Secure medicine supply a pillar of MHRA's 2015-16 plans

MHRAThe UK medicines regulator says the implementation of EU legislation on falsified medicines will be a major pillar of its workload in the coming year.

The Medicines and Healthcare products Regulatory Agency (MHRA) says in its Business Plan document for 2015-16 that it wants to implement the requirements of the Falsified Medicines Directive "in a timely and proportionate manner."

The next inflection point in the implementation of the FMD will be the adoption of the delegated act on safety features - expected imminently - setting the clock ticking on a three-year deadline for pharma companies to start adding 2D barcode-based unique identifiers and tamper evidence to their product packages.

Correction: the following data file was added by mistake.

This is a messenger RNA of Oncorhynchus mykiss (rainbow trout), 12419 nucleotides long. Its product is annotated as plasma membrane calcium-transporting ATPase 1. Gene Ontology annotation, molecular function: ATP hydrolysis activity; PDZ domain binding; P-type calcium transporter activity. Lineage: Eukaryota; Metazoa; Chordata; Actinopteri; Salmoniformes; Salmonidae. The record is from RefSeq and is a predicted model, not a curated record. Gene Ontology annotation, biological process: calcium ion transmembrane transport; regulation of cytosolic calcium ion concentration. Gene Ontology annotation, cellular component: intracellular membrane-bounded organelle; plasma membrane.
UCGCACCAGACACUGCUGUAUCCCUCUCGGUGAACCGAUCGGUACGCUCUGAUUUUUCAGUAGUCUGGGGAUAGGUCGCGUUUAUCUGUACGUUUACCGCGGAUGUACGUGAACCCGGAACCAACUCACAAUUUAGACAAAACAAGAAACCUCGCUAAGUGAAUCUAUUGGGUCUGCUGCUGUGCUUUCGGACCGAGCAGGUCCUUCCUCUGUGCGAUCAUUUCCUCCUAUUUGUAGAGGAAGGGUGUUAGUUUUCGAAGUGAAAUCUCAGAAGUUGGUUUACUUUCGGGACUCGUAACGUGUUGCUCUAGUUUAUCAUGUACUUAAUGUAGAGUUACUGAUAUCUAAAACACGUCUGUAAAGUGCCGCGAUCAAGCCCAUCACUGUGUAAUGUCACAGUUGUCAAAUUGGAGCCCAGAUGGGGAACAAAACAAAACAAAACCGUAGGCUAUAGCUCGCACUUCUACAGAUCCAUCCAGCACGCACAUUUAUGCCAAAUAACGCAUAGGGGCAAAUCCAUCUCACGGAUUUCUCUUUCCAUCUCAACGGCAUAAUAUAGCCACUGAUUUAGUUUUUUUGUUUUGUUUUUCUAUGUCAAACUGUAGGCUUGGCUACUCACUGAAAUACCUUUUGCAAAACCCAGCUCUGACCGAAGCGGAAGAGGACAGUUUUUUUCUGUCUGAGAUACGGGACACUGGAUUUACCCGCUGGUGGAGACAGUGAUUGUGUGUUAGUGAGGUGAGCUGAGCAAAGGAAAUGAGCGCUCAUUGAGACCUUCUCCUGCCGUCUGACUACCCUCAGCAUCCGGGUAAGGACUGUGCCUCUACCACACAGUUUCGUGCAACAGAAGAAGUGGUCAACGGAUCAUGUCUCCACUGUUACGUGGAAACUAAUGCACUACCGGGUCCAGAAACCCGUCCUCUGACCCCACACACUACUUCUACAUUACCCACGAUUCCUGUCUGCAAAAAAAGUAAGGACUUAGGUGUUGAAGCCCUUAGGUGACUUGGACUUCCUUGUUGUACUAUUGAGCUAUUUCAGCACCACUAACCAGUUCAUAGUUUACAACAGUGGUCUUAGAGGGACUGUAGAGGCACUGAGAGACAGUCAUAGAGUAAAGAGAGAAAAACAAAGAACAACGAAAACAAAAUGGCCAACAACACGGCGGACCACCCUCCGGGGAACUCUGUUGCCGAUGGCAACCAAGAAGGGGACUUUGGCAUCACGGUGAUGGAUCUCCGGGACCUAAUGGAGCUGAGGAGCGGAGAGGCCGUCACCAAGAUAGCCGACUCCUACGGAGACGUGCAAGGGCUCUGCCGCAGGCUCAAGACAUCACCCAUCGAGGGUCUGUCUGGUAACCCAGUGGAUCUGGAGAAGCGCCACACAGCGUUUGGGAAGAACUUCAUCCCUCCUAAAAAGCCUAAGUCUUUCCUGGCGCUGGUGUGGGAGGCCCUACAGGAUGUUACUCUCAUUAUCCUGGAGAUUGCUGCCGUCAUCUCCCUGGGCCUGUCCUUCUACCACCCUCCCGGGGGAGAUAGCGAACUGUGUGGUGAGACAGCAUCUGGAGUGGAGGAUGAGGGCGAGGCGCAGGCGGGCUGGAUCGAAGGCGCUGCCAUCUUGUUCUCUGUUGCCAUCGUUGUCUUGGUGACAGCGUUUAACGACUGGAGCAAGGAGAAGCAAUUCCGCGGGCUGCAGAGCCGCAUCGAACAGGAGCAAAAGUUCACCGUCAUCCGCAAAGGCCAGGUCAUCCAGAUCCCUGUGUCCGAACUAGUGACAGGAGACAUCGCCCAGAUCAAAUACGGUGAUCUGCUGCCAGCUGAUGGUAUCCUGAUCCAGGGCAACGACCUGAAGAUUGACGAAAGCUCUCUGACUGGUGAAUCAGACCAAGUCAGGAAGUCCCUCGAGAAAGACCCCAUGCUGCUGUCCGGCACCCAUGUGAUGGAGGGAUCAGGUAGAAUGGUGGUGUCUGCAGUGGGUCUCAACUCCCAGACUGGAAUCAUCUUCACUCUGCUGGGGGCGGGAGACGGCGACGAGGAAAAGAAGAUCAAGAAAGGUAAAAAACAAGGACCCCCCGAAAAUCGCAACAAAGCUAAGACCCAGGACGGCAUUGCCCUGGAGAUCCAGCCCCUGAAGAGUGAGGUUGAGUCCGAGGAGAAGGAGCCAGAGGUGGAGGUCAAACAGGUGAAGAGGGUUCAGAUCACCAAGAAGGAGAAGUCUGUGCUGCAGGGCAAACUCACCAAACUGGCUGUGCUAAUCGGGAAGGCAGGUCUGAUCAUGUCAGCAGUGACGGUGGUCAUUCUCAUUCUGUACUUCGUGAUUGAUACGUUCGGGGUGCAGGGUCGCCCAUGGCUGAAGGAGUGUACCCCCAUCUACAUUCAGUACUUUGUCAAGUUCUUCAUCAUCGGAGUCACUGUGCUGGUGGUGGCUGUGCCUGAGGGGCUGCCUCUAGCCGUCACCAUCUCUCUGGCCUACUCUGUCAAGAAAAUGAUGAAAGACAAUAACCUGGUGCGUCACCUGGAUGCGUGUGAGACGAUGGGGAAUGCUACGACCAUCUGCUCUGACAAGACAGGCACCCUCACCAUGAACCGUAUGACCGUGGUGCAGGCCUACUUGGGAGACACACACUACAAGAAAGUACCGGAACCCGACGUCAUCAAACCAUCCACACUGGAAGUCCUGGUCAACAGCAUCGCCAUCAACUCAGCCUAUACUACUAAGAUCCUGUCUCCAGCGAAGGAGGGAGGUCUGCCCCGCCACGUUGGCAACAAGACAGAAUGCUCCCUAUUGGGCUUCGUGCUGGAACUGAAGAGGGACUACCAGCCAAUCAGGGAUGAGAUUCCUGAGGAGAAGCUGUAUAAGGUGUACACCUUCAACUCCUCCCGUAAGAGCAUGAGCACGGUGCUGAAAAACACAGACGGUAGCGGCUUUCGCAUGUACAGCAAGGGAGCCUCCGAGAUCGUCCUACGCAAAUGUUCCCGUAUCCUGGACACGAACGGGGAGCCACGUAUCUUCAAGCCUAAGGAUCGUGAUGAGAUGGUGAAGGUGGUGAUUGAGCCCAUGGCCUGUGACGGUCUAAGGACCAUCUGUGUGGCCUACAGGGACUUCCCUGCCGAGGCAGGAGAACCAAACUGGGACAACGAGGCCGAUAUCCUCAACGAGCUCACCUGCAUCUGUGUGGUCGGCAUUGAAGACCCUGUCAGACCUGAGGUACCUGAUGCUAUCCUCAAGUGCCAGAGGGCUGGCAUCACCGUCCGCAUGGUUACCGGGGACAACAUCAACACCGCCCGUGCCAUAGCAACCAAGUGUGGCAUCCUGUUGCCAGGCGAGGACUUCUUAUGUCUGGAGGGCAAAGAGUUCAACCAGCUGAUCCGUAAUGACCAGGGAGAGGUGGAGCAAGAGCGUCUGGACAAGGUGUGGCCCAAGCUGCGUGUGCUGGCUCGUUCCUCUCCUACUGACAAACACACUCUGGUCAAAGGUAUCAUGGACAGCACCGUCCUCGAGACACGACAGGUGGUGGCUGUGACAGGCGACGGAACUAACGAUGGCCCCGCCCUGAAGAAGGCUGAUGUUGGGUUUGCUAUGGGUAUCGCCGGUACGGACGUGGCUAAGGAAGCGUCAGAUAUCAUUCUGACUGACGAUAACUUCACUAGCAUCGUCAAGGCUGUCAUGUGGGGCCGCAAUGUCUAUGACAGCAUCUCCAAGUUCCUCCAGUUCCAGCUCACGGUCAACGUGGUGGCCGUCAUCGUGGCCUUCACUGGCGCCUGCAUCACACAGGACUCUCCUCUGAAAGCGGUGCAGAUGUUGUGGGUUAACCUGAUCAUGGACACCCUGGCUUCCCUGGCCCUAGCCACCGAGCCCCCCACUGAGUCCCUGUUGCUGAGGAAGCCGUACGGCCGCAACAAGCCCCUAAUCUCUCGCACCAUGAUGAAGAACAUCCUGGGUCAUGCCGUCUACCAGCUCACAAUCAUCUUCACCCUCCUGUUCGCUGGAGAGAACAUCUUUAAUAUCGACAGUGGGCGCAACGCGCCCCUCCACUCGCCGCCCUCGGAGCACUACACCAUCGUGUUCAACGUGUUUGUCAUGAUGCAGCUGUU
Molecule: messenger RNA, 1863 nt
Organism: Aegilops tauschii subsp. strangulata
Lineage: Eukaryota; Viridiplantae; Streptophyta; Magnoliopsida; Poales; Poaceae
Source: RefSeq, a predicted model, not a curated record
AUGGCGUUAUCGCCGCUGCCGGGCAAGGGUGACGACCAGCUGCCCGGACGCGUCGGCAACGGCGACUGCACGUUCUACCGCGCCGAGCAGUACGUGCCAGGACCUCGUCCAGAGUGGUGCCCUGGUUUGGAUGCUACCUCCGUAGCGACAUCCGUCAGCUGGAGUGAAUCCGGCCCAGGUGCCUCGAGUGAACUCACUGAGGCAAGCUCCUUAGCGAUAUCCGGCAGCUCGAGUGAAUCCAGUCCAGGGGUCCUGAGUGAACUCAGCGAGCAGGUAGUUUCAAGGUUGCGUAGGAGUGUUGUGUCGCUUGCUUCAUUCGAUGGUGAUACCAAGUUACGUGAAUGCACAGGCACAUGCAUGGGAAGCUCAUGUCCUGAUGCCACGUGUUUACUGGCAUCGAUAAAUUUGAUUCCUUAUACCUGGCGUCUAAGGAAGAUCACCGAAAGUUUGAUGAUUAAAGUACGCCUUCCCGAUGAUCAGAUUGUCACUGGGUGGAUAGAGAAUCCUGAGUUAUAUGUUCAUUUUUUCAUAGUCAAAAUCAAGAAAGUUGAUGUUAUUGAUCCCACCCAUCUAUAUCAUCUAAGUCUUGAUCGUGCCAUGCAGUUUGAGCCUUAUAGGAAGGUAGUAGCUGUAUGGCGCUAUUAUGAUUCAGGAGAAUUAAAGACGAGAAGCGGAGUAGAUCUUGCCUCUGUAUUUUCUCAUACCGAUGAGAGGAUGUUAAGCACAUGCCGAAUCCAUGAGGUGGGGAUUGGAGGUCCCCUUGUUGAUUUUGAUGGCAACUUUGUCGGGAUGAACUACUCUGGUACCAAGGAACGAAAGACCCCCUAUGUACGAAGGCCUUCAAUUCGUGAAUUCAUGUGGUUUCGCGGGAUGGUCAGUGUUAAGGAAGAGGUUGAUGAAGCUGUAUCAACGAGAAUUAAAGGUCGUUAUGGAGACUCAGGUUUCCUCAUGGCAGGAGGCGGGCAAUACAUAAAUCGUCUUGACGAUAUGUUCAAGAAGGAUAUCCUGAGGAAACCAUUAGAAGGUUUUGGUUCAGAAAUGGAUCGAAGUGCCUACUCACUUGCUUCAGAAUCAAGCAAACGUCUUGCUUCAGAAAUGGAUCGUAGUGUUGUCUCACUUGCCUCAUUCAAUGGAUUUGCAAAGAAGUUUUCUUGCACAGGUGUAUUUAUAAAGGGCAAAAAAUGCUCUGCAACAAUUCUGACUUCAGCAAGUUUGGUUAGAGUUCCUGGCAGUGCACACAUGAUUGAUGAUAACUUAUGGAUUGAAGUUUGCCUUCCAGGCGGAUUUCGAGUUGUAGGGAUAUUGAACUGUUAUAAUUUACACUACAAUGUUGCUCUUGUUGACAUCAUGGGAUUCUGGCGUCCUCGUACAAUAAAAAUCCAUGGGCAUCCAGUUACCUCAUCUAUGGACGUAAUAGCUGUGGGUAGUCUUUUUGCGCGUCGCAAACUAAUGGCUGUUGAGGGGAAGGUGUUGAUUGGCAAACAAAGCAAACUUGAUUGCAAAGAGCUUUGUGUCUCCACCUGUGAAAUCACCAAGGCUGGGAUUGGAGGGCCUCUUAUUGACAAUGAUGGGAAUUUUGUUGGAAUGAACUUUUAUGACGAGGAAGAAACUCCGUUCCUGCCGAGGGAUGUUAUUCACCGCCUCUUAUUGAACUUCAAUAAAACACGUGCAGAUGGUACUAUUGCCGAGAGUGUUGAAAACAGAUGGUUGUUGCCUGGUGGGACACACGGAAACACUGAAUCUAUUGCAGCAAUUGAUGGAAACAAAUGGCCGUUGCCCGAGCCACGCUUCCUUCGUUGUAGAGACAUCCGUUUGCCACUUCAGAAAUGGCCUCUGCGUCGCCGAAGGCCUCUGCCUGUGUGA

The MHRA says it expects the delegated act to be enacted by "end quarter three" with subsequent "ongoing implementation to 2019."
The agency also pledges to continue to collaborate with international stakeholders on a safe and secure supply chain for medicines, for example by contributing to the development of Good Manufacturing Practices (GMP) with the International Coalition of Medicines Regulatory Authorities (ICMRA) and "developing a strategic threat assessment to the medical products supply chain."

The business plan notes that the MHRA is however facing a reduction in funding and resources that are forcing it to reduce headcount by 125 over the next three years and trim costs.

"Although the UK economy continues to show signs of recovery, money remains tight and the agency’s financial position is getting more challenging," it says.

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